5.3.      The UK is a founding member of ESA. The purpose of ESA is dedicated to the exploration of space, and specifically to activities that member states could not do alone. Therefore, by definition, ESA allows the UK to undertake space activities it could not do alone. Furthermore, through our membership of ESA the UK gains access to a breadth and depth of skills and resources that would take the UK decades to develop. Securing, and growing our investment into ESA, and therefore taking an increasing leadership role within the Agency should be a key focus of the new UK space strategy.

5.4.      A key development since the Space IGS has been the significantly improved access the sector enjoys to private investment. As such, short to medium term returns and/or low-risk activities should now be transitioned to the private sector, with a transition of the governments risk posture towards investment in longer-term and/or higher risk activities. This transition should also seek to encourage the development of commercially viable, and scale-able products and companies.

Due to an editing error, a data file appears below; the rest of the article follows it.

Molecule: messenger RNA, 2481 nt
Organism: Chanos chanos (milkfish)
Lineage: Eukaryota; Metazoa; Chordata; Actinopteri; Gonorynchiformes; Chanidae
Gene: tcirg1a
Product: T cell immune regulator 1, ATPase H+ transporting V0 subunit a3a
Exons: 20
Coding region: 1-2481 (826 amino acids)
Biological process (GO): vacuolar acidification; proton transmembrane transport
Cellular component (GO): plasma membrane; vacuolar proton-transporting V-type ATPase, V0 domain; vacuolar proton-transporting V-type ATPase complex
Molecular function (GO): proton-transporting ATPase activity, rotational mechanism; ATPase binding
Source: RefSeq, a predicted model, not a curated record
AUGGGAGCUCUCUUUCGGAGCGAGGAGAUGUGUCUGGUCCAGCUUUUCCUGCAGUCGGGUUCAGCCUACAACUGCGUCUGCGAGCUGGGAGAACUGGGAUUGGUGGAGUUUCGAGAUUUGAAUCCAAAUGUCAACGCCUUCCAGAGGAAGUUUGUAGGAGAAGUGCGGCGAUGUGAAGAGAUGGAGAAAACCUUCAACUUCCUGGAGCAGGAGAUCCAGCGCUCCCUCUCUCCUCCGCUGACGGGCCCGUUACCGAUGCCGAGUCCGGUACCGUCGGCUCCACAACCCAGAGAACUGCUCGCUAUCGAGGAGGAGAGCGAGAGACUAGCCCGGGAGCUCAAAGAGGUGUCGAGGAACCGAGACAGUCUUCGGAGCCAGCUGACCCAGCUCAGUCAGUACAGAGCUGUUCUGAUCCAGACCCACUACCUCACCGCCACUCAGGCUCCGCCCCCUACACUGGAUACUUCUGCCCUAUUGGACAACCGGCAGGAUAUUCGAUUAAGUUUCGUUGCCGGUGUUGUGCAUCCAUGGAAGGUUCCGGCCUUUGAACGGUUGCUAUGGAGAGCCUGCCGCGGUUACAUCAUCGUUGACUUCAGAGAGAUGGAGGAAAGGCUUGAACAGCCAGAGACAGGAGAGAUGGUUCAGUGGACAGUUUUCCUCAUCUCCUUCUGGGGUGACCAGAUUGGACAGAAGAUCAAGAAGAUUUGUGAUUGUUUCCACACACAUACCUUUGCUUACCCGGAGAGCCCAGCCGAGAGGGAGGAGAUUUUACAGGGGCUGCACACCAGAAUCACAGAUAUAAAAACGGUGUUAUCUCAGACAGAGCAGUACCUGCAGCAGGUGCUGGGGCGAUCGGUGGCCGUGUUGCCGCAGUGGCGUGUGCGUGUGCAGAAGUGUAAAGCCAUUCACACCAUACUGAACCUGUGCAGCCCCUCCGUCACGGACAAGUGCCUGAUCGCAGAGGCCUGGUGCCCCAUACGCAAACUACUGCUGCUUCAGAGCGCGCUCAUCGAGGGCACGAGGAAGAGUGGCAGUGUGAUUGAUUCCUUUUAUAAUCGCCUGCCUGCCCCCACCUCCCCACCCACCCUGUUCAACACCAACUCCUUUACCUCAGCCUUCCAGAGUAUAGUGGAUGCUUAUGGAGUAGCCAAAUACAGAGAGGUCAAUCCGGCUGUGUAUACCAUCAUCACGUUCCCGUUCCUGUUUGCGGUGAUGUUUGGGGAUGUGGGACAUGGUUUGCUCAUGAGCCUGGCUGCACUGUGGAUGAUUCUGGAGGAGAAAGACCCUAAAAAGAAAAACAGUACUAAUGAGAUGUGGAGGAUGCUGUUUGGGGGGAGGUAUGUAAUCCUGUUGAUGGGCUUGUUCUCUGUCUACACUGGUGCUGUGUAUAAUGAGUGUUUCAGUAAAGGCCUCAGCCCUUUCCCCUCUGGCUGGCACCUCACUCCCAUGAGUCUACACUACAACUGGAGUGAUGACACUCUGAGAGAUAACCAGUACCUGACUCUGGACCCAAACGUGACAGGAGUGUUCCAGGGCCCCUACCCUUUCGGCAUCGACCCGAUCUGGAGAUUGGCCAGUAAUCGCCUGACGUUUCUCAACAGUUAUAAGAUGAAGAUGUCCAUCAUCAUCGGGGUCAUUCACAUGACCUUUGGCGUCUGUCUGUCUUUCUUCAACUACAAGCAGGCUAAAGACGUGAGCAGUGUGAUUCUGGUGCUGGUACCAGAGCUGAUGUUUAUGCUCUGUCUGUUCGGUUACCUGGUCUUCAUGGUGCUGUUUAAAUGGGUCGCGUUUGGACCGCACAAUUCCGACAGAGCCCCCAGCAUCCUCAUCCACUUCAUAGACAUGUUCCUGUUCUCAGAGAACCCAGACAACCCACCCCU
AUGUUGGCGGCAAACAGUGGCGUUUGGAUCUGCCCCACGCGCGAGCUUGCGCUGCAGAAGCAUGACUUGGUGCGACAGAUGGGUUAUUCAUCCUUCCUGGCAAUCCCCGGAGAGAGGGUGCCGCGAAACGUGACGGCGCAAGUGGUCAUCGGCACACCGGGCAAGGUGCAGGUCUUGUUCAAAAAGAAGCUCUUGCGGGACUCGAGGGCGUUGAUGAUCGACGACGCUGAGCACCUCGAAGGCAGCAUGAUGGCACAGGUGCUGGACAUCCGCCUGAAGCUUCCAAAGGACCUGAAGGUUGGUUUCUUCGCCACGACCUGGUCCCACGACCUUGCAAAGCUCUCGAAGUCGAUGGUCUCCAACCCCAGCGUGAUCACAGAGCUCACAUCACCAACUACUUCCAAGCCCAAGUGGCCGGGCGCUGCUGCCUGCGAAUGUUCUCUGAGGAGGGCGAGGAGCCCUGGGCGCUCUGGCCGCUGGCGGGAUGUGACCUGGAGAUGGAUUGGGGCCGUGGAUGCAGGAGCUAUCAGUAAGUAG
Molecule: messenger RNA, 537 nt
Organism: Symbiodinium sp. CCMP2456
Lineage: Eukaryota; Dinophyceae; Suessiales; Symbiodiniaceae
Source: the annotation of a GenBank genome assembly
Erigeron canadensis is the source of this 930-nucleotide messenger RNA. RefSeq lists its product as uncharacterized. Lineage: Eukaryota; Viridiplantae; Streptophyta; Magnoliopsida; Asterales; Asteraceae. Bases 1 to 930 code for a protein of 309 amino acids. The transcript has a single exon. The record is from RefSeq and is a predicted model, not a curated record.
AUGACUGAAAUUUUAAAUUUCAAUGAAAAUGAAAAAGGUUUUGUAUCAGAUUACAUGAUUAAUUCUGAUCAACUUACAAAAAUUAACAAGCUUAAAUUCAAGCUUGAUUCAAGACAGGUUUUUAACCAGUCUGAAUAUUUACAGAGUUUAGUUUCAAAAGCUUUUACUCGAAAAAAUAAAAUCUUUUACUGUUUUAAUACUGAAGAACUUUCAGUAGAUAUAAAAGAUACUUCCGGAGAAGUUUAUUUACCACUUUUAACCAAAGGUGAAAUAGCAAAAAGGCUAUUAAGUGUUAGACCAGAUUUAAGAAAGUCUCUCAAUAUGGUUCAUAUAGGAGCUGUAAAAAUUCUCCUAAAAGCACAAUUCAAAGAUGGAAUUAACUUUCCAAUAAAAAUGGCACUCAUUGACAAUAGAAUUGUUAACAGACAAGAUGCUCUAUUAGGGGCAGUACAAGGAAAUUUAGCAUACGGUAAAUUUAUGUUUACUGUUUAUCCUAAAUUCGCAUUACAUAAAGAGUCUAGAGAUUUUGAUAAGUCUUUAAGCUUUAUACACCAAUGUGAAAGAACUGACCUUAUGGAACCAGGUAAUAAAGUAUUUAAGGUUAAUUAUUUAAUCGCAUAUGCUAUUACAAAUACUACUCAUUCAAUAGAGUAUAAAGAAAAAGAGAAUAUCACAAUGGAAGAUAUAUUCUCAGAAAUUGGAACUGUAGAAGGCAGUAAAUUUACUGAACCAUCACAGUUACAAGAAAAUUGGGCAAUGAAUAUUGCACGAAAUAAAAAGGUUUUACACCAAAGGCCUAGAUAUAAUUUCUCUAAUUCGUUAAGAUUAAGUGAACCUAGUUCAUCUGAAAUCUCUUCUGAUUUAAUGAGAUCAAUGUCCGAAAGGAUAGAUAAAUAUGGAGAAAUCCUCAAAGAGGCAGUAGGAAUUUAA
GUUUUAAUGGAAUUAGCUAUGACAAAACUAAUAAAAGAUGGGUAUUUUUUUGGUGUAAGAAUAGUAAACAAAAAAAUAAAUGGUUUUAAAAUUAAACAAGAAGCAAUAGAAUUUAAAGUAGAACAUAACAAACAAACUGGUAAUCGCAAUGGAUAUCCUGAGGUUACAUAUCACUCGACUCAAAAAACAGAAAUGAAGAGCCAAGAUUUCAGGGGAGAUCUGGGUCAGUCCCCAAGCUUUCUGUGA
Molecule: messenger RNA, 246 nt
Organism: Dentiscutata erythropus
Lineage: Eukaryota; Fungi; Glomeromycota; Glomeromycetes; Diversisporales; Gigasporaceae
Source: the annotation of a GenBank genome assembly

5.5.      The tendency for government to issue grants, rather than contracts, hinders company growth. The strategy should seek to ensure government can act as a customer to the space sector, supporting both the creation and delivery of new services for the government customer within a single contract. This is analogous to the approach taken in competitor nations, and supports the development of commercially viable, scale-able products, and investable companies.

5.6.      The strategy should seek to develop a balanced sector that is not dominated by a small number of companies, and should seek to ensure the removal of structural geographical biases in the sectors support mechanisms, for example, through adoption of a digital first (rather than in-person or hybrid) approach to sector briefings.